More than 100 students walked out at Huntington High School in Huntington, West Virginia, to protest a religious revival in school.

The students “staged a walkout to protest a school-sanctioned religious revival that some of their teachers required them to attend.”

Earlier this week, teachers told students that during a non-instructive class period called COMPASS, they had to go to an assembly where a Christian prayer revival was set to take place. At the assembly, teens were told to close their eyes, raise their arms in prayer and give their lives to Jesus Christ. They were also told that if they didn’t follow the Bible, they would go to hell after they died.

According to reporting from The Associated Press, one student texted his parent, asking, “Is this legal?”

The tenets of the First Amendment of the U.S. Constitution — and a number of Supreme Court rulings — suggest that it was not. According to the Free Speech Center at Middle Tennessee State University, public schools cannot prevent students from expressing or sharing religious beliefs during school hours. However, school officials cannot impose prayer or other religious practices in the building, even if students are not required to take part; to do so constitutes a violation of students’ religious freedom.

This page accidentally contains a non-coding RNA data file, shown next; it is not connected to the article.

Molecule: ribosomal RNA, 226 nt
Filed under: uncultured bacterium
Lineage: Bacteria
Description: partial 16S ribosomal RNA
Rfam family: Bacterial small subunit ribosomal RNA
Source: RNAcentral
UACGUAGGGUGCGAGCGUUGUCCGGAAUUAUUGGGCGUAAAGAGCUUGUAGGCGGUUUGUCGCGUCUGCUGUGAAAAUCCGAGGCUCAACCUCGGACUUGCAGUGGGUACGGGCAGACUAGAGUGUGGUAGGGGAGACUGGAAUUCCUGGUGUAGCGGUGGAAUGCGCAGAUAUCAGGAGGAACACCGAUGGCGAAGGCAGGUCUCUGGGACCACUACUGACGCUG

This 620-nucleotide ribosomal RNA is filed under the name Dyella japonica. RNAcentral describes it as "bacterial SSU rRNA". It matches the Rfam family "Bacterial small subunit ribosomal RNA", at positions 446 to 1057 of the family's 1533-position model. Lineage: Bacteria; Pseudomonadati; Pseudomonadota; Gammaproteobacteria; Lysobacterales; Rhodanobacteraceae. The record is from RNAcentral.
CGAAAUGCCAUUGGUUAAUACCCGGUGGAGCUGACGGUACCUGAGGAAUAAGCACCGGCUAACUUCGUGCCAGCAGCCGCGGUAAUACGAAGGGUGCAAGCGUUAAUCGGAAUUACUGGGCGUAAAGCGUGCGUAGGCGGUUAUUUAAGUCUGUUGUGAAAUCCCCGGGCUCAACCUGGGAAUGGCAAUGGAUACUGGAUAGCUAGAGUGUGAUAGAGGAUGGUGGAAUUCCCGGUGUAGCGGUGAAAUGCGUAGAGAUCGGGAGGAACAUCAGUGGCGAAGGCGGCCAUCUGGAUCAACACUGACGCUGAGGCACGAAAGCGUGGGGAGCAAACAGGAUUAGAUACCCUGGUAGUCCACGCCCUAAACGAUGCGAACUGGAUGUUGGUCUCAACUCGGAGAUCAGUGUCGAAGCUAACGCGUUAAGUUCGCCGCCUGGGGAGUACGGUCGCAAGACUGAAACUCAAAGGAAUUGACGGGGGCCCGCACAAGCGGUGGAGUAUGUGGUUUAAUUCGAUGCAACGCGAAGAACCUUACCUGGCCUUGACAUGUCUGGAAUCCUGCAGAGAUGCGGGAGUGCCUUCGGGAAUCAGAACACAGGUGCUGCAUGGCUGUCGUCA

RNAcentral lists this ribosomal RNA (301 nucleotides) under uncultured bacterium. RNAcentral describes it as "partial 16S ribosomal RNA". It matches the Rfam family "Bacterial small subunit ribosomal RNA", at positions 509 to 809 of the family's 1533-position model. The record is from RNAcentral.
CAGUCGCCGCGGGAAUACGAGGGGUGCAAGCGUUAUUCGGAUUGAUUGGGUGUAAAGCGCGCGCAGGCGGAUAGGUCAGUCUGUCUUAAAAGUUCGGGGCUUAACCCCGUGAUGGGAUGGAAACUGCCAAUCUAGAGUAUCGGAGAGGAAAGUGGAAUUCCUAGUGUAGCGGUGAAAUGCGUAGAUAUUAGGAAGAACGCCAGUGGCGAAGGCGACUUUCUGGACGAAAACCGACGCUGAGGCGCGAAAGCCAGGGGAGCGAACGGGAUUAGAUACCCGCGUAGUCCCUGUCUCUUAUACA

Many students at Huntington High School — and their parents — agreed that the revival was not appropriate, and that it violated students’ rights.

“I don’t think any kind of religious official should be hosted in a taxpayer-funded building with the express purpose of trying to convince minors to become baptized after school hours,” said senior Max Nibert, one of the students who led the walkout. “My rights are non-negotiable…”

A spokesperson for Cabell County Schools claimed that the event was optional, and that two teachers made a mistake when they told students they were required to attend.

But once students were at the revival and tried to leave, some were told they couldn’t do so. A Jewish student reported being told they “needed to stay” at the assembly because the classroom where they would otherwise go was locked and unsupervised.

In other words, while the event may have been quietly billed as optional, there were no other options available for students who didn’t want to attend.

How long will it be until the U.S. Supreme Court, with its new-found devotion to unrestricted religious liberty, rules that religious observances in the schools are hunky-dory?